Episode Review of Star Trek - The Original Series Season 3: "The Cloud Minders"

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Episode Information

Title: "The Cloud Minders"
Writer: Margaret Armen, David Gerrold, Oliver Crawford
Director: Jud Taylor
Rating (out of 4 stars): ***
Reviewed on: December 12, 2008

Synopsis from Wikipedia


The Enterprise must retrieve a vital mineral from a world with a deep divide between the "haves" and the "have-nots".

The Enterprise is sent on an emergency mission to the world of Ardana to pick up a shipment of zenite, which is needed to stop a deadly botanical plague on another Federation world. The political and artistic leaders of Ardana live in a city suspended in the clouds, called Stratos. Kirk doesn't want to waste time with pleasantries, so he and Spock beam down directly to the planet's surface, where the miners (called troglytes) live.

The zenite is not there, and Kirk and Spock are soon attacked by three troglytes, lead by a young woman named Vanna. The leader of Ardana, Plasus, beams down from Stratos with some security men, and the troglytes run off. Plasus explains that the troglytes have been restive, stirred into violence and rebellion by a small group of them that call themselves "disruptors". Plasus invites them to wait in Stratos while he has a search undertaken for the zenite.

They beam up to the city of Stratos and find that it is in complete contrast to the planet's surface. The surface was barren, rocky, and cold. Stratos is beautiful and filled with works of art, and apparently warm even though much of the city is open to the air. Plasus introduces them to his daughter, Droxine, who takes a shine to Spock. Plasus and Droxine explain how their society has a complete divide between those who work (the troglytes) and those who pursue intellectual and artistic goals (the Stratos city-dwellers). They give little thought to the needs of the troglytes or what the conditions are like on the surface, saying that the troglytes are mentally inferior and could not appreciate or understand the finer pleasures of Stratos.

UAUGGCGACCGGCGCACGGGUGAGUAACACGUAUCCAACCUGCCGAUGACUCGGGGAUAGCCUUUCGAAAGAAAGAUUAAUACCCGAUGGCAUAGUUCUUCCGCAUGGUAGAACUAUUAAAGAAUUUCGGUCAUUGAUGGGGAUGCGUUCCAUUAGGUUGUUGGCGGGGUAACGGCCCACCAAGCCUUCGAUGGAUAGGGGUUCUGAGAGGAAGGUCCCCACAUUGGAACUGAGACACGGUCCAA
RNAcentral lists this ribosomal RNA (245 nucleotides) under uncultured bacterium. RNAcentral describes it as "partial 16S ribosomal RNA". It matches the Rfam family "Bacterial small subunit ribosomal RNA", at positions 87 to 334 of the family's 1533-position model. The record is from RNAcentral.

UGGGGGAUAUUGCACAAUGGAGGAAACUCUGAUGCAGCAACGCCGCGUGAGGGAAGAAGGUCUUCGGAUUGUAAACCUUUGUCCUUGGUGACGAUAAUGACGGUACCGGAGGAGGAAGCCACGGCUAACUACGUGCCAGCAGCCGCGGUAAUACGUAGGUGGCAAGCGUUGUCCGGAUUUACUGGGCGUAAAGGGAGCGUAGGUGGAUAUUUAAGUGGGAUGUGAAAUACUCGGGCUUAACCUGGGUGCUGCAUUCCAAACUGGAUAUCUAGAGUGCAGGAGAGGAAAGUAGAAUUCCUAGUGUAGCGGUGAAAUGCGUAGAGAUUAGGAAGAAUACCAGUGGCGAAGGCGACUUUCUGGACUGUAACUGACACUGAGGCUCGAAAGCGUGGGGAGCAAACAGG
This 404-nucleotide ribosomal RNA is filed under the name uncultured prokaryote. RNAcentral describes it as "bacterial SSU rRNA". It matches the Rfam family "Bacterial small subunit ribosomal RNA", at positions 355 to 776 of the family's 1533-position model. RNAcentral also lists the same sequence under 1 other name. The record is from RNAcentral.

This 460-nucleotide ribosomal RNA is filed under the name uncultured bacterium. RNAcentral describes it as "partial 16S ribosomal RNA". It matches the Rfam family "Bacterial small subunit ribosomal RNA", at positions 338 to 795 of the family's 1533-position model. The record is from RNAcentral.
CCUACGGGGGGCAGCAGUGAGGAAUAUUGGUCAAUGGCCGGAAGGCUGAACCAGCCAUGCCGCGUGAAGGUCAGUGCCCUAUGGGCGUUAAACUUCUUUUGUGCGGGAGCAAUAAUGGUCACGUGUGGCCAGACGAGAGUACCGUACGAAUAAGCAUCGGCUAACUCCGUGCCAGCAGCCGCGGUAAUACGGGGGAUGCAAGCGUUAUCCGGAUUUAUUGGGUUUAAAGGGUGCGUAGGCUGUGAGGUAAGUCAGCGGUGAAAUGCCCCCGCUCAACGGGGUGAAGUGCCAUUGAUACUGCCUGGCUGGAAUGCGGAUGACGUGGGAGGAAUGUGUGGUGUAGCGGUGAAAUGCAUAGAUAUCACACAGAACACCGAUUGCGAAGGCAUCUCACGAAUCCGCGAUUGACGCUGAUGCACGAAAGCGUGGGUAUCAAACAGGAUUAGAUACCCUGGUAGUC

Kirk and Spock retire to a chamber to rest. While Kirk naps, Spock ponders the huge inequities in the planet's culture. He ponders whether Droxine truly knows what the troglytes endure. He leaves to speak with Droxine, apparently flirting with her; he even tells her about Vulcans' seven-year mating cycle. This is bizarre, to say the least.

There are troglytes in Stratos to act as servants and security guards, so there are means of accessing the transporter to get to and from the surface. Vanna has gotten into Stratos and enters Kirk's chambers to attack him while Spock is away. Kirk subdues her and tries to bargain with her to find out more about the troglytes, but Vanna doesn't trust him and just wanted to take him hostage. Spock and Droxine arrive, and Droxine calls for guards to take Vanna away.

Plasus proceeds to put Vanna in a torture device to try to find out more about the disruptors and the hidden zenite. Kirk and Spock hear Vanna's screams and race to the rescue. Kirk demands that Plasus end the torture, but Plasus does not appreciate Kirk meddling in his authority. He orders Kirk and Spock to return to the ship to wait for him to find the zenite. The delicate Droxine has no qualms witnessing Vanna's torture - apparently she isn't as innocent as she might appear.